Tangential migration of glutamatergic neurons and cortical patterning during development: Lessons from Cajal-Retzius cells.

Barber M, Pierani A.

Source : Dev Neurobiol

2017 Oct 4

Pmid : 26581033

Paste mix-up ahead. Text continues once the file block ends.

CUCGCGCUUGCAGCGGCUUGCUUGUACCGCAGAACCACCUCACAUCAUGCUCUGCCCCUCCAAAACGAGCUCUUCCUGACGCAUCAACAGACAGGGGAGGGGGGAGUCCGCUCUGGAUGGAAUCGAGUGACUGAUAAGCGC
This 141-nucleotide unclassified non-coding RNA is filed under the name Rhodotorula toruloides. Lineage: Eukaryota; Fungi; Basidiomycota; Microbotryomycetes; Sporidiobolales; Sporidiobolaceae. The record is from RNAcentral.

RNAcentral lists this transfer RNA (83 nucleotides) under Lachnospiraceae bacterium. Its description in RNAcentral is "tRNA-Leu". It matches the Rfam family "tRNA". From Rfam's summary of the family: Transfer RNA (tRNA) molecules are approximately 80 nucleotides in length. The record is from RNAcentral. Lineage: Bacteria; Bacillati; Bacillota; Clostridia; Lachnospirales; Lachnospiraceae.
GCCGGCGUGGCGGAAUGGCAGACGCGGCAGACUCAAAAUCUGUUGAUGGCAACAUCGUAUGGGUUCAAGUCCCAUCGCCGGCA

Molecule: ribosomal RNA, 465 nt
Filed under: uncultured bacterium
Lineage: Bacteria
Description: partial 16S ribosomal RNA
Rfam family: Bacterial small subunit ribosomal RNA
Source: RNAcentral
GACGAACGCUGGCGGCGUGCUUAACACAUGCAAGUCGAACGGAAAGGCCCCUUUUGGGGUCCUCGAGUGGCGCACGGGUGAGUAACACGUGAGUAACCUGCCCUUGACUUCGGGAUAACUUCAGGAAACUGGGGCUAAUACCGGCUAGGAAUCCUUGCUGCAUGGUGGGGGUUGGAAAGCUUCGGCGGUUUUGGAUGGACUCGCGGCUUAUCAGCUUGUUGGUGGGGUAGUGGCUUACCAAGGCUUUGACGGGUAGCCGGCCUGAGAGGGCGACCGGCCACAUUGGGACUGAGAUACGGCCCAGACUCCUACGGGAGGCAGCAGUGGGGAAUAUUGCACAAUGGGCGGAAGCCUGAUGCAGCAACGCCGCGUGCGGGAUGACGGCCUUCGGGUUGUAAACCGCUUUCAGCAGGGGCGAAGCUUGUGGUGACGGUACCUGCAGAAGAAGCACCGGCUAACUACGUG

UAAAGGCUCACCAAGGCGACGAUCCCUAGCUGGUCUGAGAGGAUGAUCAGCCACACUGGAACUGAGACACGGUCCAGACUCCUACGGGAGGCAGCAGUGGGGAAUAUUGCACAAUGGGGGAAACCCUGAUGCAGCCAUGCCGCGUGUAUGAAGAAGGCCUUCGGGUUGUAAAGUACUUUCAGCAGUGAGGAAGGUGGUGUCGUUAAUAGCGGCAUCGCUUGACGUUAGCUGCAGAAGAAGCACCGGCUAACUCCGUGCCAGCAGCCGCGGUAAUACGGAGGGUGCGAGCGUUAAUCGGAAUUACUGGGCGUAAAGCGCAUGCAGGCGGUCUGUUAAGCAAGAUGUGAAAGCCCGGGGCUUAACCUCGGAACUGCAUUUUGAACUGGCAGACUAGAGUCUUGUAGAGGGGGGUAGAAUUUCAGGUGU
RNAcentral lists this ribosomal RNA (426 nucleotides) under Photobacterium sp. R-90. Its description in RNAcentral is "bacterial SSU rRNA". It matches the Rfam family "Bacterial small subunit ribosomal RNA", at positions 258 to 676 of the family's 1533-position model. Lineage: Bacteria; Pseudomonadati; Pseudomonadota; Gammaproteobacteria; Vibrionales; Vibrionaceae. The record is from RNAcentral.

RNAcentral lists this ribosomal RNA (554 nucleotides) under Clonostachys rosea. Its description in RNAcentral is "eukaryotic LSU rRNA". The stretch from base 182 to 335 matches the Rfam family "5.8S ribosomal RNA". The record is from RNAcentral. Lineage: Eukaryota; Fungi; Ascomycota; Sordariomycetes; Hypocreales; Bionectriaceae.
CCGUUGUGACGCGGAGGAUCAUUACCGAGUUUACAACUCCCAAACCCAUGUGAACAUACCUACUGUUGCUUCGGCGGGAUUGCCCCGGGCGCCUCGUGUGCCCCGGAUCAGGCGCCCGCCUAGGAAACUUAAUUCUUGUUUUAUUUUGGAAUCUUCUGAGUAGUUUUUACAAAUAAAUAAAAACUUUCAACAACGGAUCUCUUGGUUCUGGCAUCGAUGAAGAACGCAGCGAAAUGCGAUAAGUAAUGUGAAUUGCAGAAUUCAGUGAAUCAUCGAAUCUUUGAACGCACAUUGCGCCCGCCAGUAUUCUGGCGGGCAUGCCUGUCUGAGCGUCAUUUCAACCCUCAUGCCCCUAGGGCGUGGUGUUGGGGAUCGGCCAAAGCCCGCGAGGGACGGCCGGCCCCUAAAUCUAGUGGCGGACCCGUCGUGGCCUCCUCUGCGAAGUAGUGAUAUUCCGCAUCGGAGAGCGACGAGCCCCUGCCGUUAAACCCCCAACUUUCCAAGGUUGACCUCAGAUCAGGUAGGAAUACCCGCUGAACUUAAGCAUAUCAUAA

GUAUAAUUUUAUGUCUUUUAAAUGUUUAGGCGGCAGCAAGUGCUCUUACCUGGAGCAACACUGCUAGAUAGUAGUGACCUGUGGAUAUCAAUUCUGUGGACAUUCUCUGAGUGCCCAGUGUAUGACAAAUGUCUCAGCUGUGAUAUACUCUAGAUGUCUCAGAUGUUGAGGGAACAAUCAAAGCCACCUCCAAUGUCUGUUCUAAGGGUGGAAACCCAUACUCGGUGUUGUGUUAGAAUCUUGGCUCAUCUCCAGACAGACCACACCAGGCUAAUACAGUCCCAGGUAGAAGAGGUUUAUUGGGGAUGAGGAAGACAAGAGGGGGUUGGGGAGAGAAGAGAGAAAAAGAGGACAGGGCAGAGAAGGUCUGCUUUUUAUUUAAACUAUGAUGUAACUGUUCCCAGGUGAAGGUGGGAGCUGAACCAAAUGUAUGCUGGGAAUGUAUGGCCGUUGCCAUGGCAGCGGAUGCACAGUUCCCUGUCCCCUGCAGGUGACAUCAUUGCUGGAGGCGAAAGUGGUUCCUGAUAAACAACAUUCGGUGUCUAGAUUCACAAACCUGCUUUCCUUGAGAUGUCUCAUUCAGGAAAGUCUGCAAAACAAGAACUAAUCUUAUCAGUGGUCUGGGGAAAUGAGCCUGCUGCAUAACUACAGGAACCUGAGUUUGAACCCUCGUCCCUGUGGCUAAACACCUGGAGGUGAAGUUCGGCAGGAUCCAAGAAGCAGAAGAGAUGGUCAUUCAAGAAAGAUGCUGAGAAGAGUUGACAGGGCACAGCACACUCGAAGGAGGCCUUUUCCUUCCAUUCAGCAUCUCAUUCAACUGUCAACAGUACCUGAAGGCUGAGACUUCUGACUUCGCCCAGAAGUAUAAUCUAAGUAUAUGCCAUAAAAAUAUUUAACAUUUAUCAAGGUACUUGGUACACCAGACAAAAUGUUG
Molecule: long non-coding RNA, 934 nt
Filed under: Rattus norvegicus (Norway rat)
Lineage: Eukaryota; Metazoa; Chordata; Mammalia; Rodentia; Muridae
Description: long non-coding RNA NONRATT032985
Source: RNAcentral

Tangential migration is a mode of cell movement, which in the developing cerebral cortex, is defined by displacement parallel to the ventricular surface and orthogonal to the radial glial fibers. This mode of long-range migration is a strategy by which distinct neuronal classes generated from spatially and molecularly distinct origins can integrate to form appropriate neural circuits within the cortical plate. While it was previously believed that only GABAergic cortical interneurons migrate tangentially from their origins in the subpallial ganglionic eminences to integrate in the cortical plate, it is now known that transient populations of glutamatergic neurons also adopt this mode of migration. These include Cajal-Retzius cells (CRs), subplate neurons (SPs), and cortical plate transient neurons (CPTs), which have crucial roles in orchestrating the radial and tangential development of the embryonic cerebral cortex in a noncell-autonomous manner. While CRs have been extensively studied, it is only in the last decade that the molecular mechanisms governing their tangential migration have begun to be elucidated. To date, the mechanisms of SPs and CPTs tangential migration remain unknown. We therefore review the known signaling pathways, which regulate parameters of CRs migration including their motility, contact-redistribution and adhesion to the pial surface, and discuss this in the context of how CR migration may regulate their signaling activity in a spatial and temporal manner. © 2015 Wiley Periodicals, Inc. Develop Neurobiol 76: 847-881, 2016.

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